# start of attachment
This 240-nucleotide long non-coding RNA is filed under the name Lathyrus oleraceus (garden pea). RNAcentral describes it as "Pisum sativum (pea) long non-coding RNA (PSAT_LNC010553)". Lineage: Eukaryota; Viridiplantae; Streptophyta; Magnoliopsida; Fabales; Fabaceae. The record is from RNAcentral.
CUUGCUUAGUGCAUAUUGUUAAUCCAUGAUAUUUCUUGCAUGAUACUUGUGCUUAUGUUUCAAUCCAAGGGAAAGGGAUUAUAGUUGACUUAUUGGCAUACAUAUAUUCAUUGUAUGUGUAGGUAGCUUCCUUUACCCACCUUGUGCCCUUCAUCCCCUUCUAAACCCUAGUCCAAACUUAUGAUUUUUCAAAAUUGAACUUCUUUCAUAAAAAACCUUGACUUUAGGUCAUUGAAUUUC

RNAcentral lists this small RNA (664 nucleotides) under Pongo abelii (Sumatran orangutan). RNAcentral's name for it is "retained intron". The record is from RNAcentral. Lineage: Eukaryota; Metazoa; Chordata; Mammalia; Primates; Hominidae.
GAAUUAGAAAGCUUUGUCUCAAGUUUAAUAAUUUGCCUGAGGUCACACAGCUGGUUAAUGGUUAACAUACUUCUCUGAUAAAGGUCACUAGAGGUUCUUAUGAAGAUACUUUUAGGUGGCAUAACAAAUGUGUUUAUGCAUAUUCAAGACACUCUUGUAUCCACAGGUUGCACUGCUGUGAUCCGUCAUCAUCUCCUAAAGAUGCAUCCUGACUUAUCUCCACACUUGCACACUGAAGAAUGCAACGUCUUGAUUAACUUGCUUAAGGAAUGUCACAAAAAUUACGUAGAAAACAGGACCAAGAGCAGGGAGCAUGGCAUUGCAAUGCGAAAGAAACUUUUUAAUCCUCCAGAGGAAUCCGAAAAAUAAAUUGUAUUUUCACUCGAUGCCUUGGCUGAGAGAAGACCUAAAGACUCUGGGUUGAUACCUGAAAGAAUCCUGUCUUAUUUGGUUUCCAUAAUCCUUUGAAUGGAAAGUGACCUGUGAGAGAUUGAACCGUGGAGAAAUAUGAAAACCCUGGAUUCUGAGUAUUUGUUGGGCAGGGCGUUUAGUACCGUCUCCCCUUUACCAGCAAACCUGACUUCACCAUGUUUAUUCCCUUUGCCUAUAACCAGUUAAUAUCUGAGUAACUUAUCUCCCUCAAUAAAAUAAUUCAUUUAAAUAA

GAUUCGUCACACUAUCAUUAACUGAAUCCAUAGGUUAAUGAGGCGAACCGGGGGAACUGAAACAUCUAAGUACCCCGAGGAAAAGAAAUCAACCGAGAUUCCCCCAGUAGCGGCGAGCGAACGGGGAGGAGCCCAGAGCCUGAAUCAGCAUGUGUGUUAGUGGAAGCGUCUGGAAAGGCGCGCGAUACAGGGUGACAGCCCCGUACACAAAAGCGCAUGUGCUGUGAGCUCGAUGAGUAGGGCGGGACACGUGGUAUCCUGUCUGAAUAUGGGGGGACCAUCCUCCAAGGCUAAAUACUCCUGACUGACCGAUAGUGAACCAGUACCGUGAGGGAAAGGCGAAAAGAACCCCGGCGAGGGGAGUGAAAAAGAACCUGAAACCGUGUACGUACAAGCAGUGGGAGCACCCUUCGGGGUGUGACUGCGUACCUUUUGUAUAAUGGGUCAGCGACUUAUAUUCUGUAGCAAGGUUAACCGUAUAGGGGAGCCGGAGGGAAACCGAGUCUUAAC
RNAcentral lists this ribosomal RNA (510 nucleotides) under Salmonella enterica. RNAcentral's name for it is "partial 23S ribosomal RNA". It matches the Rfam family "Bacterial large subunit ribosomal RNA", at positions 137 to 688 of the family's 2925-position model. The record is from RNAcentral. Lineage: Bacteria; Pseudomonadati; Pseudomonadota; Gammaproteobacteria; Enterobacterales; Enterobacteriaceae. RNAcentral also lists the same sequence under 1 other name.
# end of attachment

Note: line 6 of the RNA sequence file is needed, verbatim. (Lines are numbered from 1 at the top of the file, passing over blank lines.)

RNAcentral lists this ribosomal RNA (510 nucleotides) under Salmonella enterica. RNAcentral's name for it is "partial 23S ribosomal RNA". It matches the Rfam family "Bacterial large subunit ribosomal RNA", at positions 137 to 688 of the family's 2925-position model. The record is from RNAcentral. Lineage: Bacteria; Pseudomonadati; Pseudomonadota; Gammaproteobacteria; Enterobacterales; Enterobacteriaceae. RNAcentral also lists the same sequence under 1 other name.